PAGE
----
Expert gives tips on avoiding dog attacks

Running from a dog is a big risk, expert says

By Sean Lavin - Producer

ORLANDO, Fla. - In the wake of high-profile dog attacks popping up in the news -- like  the dog biting a boy and being chased away by a cat -- Local 6 sat down with an expert to find out what you can do to avoid an attack.

[WEB EXTRA: Off-leash dog tips | Dog spray | Bear spray]

"Every situation is different, but moving forward versus backing away is easy to see and a pretty good tell," said Todd Langston, a canine behavioral specialist.

Langston explained how controlling space is key to understanding why a dog decides to attack or back down.

"If I'm a dog, and I'm running up onto a scene and as soon as we lock eyes you get hesitant and start moving away from me, I'm going to immediately think I can take control and be dominant," Langston said.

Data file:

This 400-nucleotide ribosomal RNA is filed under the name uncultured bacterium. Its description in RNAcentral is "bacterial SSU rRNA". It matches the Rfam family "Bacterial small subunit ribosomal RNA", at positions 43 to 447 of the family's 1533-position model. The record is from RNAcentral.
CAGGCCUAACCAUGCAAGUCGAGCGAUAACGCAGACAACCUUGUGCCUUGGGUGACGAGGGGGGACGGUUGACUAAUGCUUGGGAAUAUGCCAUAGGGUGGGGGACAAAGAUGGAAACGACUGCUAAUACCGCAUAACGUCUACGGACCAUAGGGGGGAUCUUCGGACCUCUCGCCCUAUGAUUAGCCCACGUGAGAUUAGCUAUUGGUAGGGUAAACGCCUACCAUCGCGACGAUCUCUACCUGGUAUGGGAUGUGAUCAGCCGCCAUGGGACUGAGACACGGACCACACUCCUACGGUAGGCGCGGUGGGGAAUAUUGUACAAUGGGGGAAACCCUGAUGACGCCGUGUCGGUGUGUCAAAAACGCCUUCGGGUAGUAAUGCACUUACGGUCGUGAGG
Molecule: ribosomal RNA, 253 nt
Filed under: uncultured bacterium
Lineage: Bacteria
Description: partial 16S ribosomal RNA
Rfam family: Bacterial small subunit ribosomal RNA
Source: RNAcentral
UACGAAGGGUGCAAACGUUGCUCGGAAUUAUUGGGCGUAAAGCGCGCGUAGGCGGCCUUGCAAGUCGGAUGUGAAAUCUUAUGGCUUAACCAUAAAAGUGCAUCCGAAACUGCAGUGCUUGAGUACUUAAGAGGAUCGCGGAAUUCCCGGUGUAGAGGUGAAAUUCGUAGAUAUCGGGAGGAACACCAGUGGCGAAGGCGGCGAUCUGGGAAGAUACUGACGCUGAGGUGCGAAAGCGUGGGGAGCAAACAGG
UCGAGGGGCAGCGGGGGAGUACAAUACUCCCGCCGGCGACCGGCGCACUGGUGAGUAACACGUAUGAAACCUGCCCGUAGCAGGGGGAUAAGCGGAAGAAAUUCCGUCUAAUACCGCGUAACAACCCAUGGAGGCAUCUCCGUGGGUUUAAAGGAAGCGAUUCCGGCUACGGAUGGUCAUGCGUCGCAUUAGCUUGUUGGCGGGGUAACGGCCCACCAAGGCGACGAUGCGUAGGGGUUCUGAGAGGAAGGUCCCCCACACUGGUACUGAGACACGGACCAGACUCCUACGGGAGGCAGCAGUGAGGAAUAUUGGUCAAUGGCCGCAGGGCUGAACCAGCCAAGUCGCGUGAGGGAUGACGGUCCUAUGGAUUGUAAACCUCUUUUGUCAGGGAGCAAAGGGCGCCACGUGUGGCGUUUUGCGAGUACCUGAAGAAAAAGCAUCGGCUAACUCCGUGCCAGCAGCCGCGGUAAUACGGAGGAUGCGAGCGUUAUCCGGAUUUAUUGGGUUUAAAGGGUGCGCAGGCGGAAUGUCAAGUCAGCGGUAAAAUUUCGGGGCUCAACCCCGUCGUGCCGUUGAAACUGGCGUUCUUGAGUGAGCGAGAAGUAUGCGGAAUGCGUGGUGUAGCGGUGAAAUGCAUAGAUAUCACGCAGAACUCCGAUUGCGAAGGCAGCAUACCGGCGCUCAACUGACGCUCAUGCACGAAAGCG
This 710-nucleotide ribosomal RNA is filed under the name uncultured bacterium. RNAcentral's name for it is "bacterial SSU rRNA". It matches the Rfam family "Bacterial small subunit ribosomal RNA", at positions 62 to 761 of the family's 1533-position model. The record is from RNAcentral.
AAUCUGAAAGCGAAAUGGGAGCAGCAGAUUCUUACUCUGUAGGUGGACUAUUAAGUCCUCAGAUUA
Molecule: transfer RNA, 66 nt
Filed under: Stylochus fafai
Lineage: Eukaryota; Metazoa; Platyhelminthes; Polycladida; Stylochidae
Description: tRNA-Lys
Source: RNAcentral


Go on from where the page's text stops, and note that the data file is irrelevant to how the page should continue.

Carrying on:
But, he said, if you puff up and look at the dog in a manner that projects "what are you gonna do about it," and the dog stops and you step forward, it's like any challenge between any two people.

"Whoever projects the most confidence often times wins, even if you're not (the most confident)," Langston said. "It's the projection of confidence that can keep you safe."

Langston also warns how dogs can pick up on your fear -- and says running from a dog that makes you nervous is a big risk.

"An enormous risk," Langston said. "You can make a relatively well behaved dog chase you and ultimately nip you and bite you from running at the wrong time.

"Running is the absolutely last thing you'd want to do unless the situation is dire and you thought you could get to higher ground, the back of a truck, the top of car, into a tree. But you better know you can get there, otherwise it's a big risk to take."

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